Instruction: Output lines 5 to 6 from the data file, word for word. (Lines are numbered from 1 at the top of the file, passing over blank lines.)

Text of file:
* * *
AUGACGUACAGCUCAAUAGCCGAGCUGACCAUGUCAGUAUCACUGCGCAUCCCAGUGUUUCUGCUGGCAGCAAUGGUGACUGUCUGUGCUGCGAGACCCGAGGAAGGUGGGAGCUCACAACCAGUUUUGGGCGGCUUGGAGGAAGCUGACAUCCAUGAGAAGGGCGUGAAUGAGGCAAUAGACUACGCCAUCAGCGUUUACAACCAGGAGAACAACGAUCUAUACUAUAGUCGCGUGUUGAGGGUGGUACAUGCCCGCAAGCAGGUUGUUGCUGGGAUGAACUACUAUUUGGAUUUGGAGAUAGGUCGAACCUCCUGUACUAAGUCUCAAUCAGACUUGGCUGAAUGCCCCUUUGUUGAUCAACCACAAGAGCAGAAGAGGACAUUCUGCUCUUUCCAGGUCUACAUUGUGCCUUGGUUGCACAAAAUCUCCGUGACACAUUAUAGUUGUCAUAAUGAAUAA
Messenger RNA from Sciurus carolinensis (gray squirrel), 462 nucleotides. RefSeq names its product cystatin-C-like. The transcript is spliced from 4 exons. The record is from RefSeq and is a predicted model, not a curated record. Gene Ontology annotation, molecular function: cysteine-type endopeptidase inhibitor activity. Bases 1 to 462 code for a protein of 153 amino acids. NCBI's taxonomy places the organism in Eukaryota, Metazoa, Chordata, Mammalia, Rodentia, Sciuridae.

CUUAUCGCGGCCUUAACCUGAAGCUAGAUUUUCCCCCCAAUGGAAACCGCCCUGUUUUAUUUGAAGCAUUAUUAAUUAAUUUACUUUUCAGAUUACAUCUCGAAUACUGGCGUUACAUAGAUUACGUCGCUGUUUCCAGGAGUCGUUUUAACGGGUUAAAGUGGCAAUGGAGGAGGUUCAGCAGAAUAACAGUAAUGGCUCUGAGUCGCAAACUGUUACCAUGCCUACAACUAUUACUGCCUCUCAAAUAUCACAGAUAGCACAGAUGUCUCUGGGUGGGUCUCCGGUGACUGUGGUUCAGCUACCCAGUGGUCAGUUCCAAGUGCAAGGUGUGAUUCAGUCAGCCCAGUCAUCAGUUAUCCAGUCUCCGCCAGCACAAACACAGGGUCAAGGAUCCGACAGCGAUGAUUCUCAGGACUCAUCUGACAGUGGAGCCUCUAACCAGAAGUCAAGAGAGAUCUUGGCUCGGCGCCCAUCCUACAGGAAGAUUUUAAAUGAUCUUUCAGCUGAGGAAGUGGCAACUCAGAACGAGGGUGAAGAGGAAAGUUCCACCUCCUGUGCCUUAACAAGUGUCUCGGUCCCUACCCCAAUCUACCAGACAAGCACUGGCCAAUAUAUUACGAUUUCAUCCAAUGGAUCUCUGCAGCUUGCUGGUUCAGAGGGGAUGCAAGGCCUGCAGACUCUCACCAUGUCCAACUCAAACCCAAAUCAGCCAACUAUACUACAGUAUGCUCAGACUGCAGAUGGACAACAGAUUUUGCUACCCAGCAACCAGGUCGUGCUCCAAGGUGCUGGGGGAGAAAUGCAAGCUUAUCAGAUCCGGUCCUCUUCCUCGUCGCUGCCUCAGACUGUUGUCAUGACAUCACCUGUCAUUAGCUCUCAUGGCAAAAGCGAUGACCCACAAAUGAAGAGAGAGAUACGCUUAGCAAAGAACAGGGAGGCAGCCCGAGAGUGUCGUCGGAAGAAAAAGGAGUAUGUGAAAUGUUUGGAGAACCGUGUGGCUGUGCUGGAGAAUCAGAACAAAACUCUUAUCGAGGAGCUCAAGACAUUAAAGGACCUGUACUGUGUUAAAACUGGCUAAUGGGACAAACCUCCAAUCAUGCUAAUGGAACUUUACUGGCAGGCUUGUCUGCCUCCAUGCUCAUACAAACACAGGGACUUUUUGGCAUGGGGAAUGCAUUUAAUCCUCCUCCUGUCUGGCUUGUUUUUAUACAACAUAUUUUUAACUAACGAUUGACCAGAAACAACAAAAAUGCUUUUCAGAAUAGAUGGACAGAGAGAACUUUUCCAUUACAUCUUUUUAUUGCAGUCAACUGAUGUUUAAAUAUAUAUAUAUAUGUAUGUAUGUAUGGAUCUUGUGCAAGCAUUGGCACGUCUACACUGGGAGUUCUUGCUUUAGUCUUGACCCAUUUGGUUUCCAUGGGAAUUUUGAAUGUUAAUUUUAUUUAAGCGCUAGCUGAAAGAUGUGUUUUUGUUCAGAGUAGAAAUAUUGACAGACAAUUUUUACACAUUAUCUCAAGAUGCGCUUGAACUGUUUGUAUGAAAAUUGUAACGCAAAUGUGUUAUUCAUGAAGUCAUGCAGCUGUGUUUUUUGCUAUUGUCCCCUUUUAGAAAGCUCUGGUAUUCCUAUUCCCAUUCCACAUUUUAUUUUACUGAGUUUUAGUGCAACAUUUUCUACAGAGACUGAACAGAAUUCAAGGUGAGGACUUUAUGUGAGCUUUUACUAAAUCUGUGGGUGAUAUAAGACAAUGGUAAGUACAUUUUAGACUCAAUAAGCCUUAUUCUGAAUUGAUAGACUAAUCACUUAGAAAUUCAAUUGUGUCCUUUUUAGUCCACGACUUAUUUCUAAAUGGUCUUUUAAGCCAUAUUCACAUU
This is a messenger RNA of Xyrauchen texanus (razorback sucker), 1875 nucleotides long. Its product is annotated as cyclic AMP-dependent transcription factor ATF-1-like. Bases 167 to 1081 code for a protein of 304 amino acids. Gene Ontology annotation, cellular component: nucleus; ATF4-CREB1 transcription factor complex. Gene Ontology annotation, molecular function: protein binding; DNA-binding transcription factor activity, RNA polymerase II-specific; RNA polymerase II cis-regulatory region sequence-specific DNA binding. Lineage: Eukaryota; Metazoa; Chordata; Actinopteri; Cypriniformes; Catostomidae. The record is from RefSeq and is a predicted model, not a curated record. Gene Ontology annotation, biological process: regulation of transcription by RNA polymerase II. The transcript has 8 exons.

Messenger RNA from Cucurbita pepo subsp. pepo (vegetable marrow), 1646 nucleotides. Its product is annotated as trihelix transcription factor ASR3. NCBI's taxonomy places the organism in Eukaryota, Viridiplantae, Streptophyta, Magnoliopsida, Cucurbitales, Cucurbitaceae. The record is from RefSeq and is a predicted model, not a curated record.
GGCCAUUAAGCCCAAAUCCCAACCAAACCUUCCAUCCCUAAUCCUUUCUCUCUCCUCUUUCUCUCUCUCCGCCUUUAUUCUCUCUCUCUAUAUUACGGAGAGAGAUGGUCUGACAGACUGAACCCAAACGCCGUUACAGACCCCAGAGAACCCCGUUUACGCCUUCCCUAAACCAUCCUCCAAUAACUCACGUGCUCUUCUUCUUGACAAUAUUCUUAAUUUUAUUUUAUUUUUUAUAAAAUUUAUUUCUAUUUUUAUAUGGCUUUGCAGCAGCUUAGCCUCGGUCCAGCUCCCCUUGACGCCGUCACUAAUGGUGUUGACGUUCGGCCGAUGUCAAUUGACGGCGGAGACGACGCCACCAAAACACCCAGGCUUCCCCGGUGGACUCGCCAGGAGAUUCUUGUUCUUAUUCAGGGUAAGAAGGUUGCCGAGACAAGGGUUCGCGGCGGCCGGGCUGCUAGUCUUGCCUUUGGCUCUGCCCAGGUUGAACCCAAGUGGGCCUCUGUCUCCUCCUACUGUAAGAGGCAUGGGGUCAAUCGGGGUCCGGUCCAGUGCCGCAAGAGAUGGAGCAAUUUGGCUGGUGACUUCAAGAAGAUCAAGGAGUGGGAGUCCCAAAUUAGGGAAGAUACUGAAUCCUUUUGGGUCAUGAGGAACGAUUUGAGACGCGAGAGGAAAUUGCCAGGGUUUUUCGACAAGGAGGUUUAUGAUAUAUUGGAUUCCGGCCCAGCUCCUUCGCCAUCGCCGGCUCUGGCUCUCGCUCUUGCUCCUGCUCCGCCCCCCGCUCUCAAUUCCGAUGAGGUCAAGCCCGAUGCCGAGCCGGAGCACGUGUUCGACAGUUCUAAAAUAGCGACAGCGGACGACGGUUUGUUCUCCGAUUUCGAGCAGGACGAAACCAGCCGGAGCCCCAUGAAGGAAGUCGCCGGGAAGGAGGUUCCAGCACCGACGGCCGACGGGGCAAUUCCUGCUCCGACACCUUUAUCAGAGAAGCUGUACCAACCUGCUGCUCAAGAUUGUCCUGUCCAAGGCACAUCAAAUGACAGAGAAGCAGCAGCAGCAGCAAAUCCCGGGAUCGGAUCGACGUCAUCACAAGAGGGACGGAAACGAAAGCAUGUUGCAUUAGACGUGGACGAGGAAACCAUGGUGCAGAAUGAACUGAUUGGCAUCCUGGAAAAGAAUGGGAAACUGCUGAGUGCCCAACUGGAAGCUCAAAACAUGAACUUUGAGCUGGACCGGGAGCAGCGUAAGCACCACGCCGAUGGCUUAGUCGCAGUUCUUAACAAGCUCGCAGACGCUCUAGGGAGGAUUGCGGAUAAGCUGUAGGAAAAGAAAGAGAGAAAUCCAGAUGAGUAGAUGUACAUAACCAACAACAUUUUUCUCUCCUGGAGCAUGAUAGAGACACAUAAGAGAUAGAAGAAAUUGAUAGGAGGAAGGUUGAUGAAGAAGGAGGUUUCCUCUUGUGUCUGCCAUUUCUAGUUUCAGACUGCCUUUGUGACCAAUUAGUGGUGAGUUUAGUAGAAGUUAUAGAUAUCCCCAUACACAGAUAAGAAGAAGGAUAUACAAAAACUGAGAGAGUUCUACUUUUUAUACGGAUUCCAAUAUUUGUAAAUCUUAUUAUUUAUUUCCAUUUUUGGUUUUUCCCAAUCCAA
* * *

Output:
Messenger RNA from Cucurbita pepo subsp. pepo (vegetable marrow), 1646 nucleotides. Its product is annotated as trihelix transcription factor ASR3. NCBI's taxonomy places the organism in Eukaryota, Viridiplantae, Streptophyta, Magnoliopsida, Cucurbitales, Cucurbitaceae. The record is from RefSeq and is a predicted model, not a curated record.
GGCCAUUAAGCCCAAAUCCCAACCAAACCUUCCAUCCCUAAUCCUUUCUCUCUCCUCUUUCUCUCUCUCCGCCUUUAUUCUCUCUCUCUAUAUUACGGAGAGAGAUGGUCUGACAGACUGAACCCAAACGCCGUUACAGACCCCAGAGAACCCCGUUUACGCCUUCCCUAAACCAUCCUCCAAUAACUCACGUGCUCUUCUUCUUGACAAUAUUCUUAAUUUUAUUUUAUUUUUUAUAAAAUUUAUUUCUAUUUUUAUAUGGCUUUGCAGCAGCUUAGCCUCGGUCCAGCUCCCCUUGACGCCGUCACUAAUGGUGUUGACGUUCGGCCGAUGUCAAUUGACGGCGGAGACGACGCCACCAAAACACCCAGGCUUCCCCGGUGGACUCGCCAGGAGAUUCUUGUUCUUAUUCAGGGUAAGAAGGUUGCCGAGACAAGGGUUCGCGGCGGCCGGGCUGCUAGUCUUGCCUUUGGCUCUGCCCAGGUUGAACCCAAGUGGGCCUCUGUCUCCUCCUACUGUAAGAGGCAUGGGGUCAAUCGGGGUCCGGUCCAGUGCCGCAAGAGAUGGAGCAAUUUGGCUGGUGACUUCAAGAAGAUCAAGGAGUGGGAGUCCCAAAUUAGGGAAGAUACUGAAUCCUUUUGGGUCAUGAGGAACGAUUUGAGACGCGAGAGGAAAUUGCCAGGGUUUUUCGACAAGGAGGUUUAUGAUAUAUUGGAUUCCGGCCCAGCUCCUUCGCCAUCGCCGGCUCUGGCUCUCGCUCUUGCUCCUGCUCCGCCCCCCGCUCUCAAUUCCGAUGAGGUCAAGCCCGAUGCCGAGCCGGAGCACGUGUUCGACAGUUCUAAAAUAGCGACAGCGGACGACGGUUUGUUCUCCGAUUUCGAGCAGGACGAAACCAGCCGGAGCCCCAUGAAGGAAGUCGCCGGGAAGGAGGUUCCAGCACCGACGGCCGACGGGGCAAUUCCUGCUCCGACACCUUUAUCAGAGAAGCUGUACCAACCUGCUGCUCAAGAUUGUCCUGUCCAAGGCACAUCAAAUGACAGAGAAGCAGCAGCAGCAGCAAAUCCCGGGAUCGGAUCGACGUCAUCACAAGAGGGACGGAAACGAAAGCAUGUUGCAUUAGACGUGGACGAGGAAACCAUGGUGCAGAAUGAACUGAUUGGCAUCCUGGAAAAGAAUGGGAAACUGCUGAGUGCCCAACUGGAAGCUCAAAACAUGAACUUUGAGCUGGACCGGGAGCAGCGUAAGCACCACGCCGAUGGCUUAGUCGCAGUUCUUAACAAGCUCGCAGACGCUCUAGGGAGGAUUGCGGAUAAGCUGUAGGAAAAGAAAGAGAGAAAUCCAGAUGAGUAGAUGUACAUAACCAACAACAUUUUUCUCUCCUGGAGCAUGAUAGAGACACAUAAGAGAUAGAAGAAAUUGAUAGGAGGAAGGUUGAUGAAGAAGGAGGUUUCCUCUUGUGUCUGCCAUUUCUAGUUUCAGACUGCCUUUGUGACCAAUUAGUGGUGAGUUUAGUAGAAGUUAUAGAUAUCCCCAUACACAGAUAAGAAGAAGGAUAUACAAAAACUGAGAGAGUUCUACUUUUUAUACGGAUUCCAAUAUUUGUAAAUCUUAUUAUUUAUUUCCAUUUUUGGUUUUUCCCAAUCCAA